One of the industry’s largest hedge fund managers, Chicago-based Citadel Advisors LLC, which managed $47 billion as of March 31, is “not one of the firms that may be dipping their toes into cryptocurrency,” said Zia Ahmed, a company spokesman, in an email.
However, the firm’s sister company, market maker Citadel Securities LLC, will add cryptocurrency trading, said Kenneth C. Griffin, founder and CEO of Citadel, in a March 1 Bloomberg video interview.
“I still have my skepticism, but there are hundreds and millions of people in this world today who disagree with that,” Mr. Griffin said, adding “to the extent that we’re trying to help institutions and investors solve their portfolio allocation problems, we have to give serious consideration to being a market maker in crypto.”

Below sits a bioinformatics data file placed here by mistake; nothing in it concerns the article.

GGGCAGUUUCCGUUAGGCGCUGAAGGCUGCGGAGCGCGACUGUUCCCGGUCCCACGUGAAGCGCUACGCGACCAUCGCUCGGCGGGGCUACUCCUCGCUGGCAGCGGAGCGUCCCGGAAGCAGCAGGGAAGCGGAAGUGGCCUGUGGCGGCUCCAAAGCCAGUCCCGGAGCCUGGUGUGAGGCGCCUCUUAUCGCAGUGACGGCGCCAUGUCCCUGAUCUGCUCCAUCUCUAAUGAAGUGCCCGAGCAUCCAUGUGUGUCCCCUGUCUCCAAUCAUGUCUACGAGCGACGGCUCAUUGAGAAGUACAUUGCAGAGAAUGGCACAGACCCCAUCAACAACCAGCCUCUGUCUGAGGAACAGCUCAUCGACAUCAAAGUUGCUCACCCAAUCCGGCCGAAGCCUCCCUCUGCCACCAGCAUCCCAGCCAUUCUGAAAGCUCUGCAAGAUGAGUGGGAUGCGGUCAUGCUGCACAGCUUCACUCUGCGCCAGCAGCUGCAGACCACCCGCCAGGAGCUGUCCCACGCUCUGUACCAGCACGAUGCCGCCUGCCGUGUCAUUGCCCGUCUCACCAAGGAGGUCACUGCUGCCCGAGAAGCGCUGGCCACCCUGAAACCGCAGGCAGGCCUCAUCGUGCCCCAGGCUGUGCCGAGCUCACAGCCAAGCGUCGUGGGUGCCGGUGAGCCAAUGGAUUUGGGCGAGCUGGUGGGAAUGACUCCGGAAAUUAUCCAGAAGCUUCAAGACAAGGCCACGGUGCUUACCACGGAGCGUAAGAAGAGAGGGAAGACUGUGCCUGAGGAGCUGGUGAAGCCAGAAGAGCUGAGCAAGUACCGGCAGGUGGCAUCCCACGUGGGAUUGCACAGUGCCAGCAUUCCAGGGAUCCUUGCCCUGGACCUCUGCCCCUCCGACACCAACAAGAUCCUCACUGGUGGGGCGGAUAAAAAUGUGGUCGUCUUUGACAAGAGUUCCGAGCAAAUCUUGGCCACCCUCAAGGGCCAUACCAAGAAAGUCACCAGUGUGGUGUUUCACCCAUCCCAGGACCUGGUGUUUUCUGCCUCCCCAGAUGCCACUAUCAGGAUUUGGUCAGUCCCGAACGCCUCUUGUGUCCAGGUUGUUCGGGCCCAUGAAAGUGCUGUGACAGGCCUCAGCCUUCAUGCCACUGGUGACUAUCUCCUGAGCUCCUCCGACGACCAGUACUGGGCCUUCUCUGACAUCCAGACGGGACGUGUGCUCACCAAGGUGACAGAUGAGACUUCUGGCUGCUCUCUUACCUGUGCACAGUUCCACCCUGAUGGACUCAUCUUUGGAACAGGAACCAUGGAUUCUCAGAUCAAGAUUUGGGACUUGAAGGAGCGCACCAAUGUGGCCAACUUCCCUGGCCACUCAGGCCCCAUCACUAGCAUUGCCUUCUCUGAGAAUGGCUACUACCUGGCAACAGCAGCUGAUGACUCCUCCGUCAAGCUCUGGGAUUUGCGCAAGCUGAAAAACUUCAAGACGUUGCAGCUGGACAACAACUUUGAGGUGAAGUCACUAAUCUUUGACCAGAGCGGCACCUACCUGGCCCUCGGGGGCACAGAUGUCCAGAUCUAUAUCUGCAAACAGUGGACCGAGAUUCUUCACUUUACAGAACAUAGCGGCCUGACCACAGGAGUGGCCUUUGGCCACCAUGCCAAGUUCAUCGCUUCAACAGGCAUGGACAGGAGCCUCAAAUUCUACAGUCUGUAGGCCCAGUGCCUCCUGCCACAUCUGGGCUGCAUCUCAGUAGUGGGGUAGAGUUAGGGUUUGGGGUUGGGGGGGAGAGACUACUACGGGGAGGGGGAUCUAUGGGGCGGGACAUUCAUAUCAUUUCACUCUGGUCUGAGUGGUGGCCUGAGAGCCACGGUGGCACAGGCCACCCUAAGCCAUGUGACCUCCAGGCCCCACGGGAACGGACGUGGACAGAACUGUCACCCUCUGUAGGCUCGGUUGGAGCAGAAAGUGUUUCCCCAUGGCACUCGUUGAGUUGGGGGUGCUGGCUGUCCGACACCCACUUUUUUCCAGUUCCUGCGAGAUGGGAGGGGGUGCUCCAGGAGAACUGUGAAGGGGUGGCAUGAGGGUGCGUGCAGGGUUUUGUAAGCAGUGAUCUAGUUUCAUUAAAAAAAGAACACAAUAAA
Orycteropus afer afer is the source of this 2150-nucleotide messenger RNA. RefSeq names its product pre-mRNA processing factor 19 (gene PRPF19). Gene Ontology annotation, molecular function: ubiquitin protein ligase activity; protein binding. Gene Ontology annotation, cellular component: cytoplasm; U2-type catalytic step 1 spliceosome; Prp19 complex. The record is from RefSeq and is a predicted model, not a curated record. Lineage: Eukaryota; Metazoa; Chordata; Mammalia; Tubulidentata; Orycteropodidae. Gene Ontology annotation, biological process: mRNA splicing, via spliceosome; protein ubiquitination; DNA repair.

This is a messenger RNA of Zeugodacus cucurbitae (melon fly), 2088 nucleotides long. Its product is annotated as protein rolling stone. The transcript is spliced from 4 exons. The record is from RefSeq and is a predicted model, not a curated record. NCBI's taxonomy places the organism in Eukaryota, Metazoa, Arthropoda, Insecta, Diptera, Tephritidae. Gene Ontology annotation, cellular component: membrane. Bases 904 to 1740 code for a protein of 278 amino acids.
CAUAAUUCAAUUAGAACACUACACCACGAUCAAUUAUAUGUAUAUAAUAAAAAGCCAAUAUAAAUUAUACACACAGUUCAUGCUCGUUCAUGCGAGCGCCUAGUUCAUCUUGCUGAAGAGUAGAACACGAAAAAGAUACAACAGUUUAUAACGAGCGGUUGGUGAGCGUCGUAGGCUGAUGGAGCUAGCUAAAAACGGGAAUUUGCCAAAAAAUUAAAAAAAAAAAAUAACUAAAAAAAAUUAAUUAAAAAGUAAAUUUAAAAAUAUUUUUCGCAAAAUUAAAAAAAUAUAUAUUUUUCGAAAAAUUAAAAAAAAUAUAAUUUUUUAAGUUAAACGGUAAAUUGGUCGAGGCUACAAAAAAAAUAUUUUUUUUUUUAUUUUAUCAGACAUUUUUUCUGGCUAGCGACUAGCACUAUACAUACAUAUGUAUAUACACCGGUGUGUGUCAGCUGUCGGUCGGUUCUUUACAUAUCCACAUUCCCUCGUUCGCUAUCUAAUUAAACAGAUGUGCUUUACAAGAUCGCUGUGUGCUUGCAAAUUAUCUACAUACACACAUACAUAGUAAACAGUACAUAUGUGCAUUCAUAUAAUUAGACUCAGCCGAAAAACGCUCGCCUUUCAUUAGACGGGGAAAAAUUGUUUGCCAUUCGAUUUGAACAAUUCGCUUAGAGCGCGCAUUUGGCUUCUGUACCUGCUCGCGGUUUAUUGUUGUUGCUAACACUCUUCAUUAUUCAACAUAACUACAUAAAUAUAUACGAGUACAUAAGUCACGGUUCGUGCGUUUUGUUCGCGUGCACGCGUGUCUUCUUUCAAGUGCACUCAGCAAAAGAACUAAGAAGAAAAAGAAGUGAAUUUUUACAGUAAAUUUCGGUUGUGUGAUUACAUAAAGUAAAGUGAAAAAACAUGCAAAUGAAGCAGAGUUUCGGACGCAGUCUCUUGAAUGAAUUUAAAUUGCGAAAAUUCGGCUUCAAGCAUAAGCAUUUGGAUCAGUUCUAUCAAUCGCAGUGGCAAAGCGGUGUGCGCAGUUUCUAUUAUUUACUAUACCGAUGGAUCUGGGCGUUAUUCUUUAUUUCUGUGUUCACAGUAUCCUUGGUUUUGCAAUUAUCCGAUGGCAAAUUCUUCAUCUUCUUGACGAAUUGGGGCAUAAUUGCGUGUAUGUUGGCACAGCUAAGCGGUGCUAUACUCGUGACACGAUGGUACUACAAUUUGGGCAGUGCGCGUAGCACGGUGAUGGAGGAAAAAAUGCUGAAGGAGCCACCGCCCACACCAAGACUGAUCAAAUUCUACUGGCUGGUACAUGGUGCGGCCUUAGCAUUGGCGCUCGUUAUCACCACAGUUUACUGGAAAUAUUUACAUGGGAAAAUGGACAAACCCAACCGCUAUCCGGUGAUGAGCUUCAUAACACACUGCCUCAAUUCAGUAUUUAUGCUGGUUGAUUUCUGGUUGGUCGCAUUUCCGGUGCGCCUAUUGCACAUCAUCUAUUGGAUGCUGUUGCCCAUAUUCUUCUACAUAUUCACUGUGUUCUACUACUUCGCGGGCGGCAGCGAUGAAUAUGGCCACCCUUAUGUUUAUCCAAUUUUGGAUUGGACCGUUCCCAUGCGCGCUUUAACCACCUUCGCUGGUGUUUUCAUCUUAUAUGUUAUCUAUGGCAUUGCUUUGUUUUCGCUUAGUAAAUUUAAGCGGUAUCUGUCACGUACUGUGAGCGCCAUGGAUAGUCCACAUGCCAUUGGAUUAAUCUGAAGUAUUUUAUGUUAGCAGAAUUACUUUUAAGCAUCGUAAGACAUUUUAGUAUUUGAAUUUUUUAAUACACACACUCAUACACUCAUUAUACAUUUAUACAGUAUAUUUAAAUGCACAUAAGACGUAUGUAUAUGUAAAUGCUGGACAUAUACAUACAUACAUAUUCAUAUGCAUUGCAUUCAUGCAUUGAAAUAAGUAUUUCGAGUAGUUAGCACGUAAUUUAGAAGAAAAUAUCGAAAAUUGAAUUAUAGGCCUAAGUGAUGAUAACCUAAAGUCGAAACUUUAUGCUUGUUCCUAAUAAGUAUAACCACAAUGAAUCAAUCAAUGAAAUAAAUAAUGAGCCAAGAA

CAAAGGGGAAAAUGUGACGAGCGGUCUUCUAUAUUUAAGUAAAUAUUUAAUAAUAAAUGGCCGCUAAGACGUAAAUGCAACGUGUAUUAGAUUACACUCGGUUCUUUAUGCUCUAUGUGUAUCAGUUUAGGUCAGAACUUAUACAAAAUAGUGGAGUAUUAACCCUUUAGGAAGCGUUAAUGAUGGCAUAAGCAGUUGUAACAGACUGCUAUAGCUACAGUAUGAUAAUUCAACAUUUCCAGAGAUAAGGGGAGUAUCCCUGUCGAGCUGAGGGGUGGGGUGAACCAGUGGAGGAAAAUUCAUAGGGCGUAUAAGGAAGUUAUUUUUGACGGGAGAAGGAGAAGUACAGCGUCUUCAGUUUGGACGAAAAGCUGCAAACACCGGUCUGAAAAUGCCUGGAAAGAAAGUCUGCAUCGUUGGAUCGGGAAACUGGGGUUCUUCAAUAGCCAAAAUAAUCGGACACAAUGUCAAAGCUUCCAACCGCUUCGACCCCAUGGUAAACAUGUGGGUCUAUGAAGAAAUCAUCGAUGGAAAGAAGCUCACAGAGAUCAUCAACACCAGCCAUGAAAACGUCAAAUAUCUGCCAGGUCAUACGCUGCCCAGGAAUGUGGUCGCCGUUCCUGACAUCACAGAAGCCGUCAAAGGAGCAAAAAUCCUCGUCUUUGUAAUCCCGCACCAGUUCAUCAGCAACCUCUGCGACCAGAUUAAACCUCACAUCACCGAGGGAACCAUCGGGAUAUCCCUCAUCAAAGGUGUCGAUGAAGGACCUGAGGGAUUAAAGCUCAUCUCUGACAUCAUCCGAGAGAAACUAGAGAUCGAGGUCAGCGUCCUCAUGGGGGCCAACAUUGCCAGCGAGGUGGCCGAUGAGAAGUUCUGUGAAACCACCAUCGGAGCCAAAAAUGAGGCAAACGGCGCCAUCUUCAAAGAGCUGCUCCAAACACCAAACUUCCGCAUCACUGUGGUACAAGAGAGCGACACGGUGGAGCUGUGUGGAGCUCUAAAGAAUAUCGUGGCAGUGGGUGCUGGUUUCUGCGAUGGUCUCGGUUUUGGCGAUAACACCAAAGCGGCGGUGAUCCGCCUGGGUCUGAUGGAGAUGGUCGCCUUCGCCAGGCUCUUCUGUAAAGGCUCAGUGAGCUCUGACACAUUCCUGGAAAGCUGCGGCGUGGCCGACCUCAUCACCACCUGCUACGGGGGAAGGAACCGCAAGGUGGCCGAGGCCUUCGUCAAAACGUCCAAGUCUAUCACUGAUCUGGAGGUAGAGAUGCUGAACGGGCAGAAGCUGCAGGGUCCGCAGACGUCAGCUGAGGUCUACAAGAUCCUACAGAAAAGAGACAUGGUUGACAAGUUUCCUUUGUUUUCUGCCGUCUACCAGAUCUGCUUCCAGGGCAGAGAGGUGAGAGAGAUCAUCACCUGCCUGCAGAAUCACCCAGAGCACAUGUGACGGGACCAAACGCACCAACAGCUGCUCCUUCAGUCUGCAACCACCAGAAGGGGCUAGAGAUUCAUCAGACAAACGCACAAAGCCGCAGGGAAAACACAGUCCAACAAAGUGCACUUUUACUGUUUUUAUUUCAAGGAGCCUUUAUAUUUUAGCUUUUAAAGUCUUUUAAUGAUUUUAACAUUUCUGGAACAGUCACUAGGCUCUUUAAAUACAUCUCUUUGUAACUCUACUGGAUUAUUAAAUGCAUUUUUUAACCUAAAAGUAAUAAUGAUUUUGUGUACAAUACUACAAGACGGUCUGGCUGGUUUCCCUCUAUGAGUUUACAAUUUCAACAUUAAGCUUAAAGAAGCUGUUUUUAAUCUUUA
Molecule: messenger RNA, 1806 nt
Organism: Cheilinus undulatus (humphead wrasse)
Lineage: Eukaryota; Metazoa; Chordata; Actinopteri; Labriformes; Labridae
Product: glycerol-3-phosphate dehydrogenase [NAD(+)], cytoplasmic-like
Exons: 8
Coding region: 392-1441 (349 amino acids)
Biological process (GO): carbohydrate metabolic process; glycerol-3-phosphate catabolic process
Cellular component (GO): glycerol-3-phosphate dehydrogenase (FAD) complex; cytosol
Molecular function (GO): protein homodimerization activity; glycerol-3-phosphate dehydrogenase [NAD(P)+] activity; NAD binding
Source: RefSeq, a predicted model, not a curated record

“It’s fair to assume that over the months to come, you will see us engage in making markets in cryptocurrency,” Mr. Griffin said.
Citadel Securities’ move to provide cryptocurrency trading makes perfect sense, said Sussex Partners’ Mr. Ghali.
“If you can provide the infrastructure, it’s like supplying the shovels and pickaxes to the industry,” he said.
Consultants are more supportive of asset owners investing in dedicated cryptocurrency funds and in other hedge fund strategies than they were a few years ago.
That’s because cryptocurrency is “an uncorrelated and diversifying asset class,” which can help performance in current rough markets, said Cliffwater’s Mr. Solarz, but he stressed that “institutional investment isn’t there yet. The first investors in crypto hedge funds were high-net-worth individuals and family offices, followed by endowments and foundations.”
“Asset owners are interested and some have set up digital asset working groups to assess the potential of cryptocurrency investment,” Mr. Solarz said, declining to name asset owners who are doing this.